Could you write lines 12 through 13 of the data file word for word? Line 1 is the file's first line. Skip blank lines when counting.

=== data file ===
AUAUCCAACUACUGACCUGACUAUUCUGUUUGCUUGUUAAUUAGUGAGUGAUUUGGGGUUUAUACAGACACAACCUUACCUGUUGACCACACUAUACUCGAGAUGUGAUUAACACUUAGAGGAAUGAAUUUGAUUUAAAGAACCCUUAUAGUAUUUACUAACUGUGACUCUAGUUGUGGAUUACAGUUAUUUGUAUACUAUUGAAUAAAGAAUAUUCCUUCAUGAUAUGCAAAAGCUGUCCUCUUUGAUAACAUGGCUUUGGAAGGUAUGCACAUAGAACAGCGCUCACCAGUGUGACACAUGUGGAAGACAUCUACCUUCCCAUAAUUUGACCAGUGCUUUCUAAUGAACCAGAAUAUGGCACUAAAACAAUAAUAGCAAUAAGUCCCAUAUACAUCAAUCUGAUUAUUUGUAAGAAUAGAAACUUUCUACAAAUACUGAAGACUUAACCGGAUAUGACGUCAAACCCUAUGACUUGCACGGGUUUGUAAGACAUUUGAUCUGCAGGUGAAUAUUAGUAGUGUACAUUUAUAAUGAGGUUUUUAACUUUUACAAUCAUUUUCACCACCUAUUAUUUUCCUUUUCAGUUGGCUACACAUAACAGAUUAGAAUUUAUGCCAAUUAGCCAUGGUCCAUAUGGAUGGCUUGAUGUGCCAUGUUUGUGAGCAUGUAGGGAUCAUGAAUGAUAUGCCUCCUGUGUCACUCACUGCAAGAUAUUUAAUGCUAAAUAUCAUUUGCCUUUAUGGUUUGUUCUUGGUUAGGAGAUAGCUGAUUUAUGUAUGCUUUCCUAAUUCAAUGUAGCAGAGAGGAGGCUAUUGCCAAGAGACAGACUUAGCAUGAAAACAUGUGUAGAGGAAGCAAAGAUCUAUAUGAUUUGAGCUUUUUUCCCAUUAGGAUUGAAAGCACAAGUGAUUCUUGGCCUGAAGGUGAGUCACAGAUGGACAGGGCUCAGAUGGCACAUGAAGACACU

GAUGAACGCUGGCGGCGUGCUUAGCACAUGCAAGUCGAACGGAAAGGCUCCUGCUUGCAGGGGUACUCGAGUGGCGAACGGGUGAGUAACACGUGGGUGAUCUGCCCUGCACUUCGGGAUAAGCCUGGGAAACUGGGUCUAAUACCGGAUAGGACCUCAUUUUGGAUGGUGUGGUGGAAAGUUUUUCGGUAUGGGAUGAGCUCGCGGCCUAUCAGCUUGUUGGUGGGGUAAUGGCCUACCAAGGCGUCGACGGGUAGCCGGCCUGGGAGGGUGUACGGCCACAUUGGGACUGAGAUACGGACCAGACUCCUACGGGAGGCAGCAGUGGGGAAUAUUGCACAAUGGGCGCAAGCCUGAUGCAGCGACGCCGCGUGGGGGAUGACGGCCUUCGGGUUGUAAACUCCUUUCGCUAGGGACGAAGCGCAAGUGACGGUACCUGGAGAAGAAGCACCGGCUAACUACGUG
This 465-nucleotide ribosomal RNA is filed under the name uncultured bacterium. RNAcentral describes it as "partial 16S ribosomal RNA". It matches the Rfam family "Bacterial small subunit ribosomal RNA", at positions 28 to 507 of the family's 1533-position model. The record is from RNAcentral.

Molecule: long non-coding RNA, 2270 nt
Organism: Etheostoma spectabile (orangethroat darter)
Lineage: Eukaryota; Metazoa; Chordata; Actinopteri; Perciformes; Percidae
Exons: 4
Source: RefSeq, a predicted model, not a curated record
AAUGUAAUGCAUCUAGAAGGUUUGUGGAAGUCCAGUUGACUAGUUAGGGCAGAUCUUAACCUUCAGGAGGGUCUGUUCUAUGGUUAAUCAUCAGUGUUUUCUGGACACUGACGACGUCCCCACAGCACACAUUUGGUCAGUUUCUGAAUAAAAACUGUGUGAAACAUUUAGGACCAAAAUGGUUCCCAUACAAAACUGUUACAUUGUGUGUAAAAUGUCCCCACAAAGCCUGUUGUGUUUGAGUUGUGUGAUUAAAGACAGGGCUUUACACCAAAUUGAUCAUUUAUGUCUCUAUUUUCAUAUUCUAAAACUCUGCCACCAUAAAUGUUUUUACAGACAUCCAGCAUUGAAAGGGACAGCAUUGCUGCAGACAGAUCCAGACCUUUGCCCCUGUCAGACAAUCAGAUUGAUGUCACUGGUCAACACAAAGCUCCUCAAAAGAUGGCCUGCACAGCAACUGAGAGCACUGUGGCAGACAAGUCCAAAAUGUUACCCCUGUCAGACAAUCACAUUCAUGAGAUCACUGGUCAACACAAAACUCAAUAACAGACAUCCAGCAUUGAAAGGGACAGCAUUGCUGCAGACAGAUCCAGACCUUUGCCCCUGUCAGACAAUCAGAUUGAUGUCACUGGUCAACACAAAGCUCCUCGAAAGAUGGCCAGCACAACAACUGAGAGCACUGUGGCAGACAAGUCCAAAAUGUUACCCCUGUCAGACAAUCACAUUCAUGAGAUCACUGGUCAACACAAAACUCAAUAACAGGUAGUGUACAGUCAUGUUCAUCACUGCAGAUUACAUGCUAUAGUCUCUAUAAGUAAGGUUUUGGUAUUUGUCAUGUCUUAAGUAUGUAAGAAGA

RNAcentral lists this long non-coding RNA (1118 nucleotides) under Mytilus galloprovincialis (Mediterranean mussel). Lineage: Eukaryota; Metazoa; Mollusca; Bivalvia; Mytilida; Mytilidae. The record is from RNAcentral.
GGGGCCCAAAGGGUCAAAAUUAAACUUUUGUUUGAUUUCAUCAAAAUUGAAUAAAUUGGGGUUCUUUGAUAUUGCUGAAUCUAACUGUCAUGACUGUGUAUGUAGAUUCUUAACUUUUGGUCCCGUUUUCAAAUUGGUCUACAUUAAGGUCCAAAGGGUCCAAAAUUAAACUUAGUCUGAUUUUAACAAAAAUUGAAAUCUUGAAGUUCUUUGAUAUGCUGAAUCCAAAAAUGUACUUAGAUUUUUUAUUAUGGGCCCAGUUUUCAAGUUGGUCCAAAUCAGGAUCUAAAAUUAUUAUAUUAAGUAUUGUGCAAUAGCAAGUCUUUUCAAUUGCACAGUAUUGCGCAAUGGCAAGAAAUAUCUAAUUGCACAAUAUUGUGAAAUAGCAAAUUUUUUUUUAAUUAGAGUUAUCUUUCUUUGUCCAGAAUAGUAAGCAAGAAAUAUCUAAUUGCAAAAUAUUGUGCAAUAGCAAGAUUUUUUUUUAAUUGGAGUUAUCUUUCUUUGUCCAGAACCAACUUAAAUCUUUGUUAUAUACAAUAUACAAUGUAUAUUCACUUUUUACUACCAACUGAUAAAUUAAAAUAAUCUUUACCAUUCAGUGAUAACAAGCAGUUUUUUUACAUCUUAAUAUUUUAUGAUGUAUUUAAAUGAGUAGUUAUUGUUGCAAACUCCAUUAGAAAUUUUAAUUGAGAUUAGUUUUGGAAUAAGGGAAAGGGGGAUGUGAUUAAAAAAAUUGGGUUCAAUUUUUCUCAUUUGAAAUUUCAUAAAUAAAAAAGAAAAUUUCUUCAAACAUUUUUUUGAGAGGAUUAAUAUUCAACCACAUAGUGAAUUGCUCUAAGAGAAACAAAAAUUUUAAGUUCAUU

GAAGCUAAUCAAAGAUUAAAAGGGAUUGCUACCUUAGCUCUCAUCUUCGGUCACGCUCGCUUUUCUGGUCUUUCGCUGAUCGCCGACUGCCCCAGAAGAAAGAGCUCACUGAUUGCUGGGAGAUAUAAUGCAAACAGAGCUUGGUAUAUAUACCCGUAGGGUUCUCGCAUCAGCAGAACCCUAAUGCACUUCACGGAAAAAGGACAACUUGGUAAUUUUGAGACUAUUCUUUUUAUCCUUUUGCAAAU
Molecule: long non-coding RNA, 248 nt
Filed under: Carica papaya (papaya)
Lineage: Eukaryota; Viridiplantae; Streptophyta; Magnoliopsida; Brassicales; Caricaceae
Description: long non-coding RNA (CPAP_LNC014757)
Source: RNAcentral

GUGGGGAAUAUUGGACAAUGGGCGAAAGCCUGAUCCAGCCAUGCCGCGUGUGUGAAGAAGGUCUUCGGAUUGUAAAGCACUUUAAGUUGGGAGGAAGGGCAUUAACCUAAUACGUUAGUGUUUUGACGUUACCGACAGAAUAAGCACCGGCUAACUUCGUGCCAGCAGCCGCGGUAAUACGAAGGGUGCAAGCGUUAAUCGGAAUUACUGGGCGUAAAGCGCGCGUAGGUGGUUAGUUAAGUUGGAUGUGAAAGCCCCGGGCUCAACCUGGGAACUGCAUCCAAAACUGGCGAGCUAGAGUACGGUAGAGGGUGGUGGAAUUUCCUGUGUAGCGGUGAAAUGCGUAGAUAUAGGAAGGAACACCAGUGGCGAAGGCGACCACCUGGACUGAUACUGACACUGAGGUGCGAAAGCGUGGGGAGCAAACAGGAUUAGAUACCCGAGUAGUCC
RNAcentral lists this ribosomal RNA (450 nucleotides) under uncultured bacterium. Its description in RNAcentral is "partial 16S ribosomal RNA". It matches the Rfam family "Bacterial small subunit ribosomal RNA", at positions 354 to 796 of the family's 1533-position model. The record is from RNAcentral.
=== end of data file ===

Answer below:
GAAGCUAAUCAAAGAUUAAAAGGGAUUGCUACCUUAGCUCUCAUCUUCGGUCACGCUCGCUUUUCUGGUCUUUCGCUGAUCGCCGACUGCCCCAGAAGAAAGAGCUCACUGAUUGCUGGGAGAUAUAAUGCAAACAGAGCUUGGUAUAUAUACCCGUAGGGUUCUCGCAUCAGCAGAACCCUAAUGCACUUCACGGAAAAAGGACAACUUGGUAAUUUUGAGACUAUUCUUUUUAUCCUUUUGCAAAU
Molecule: long non-coding RNA, 248 nt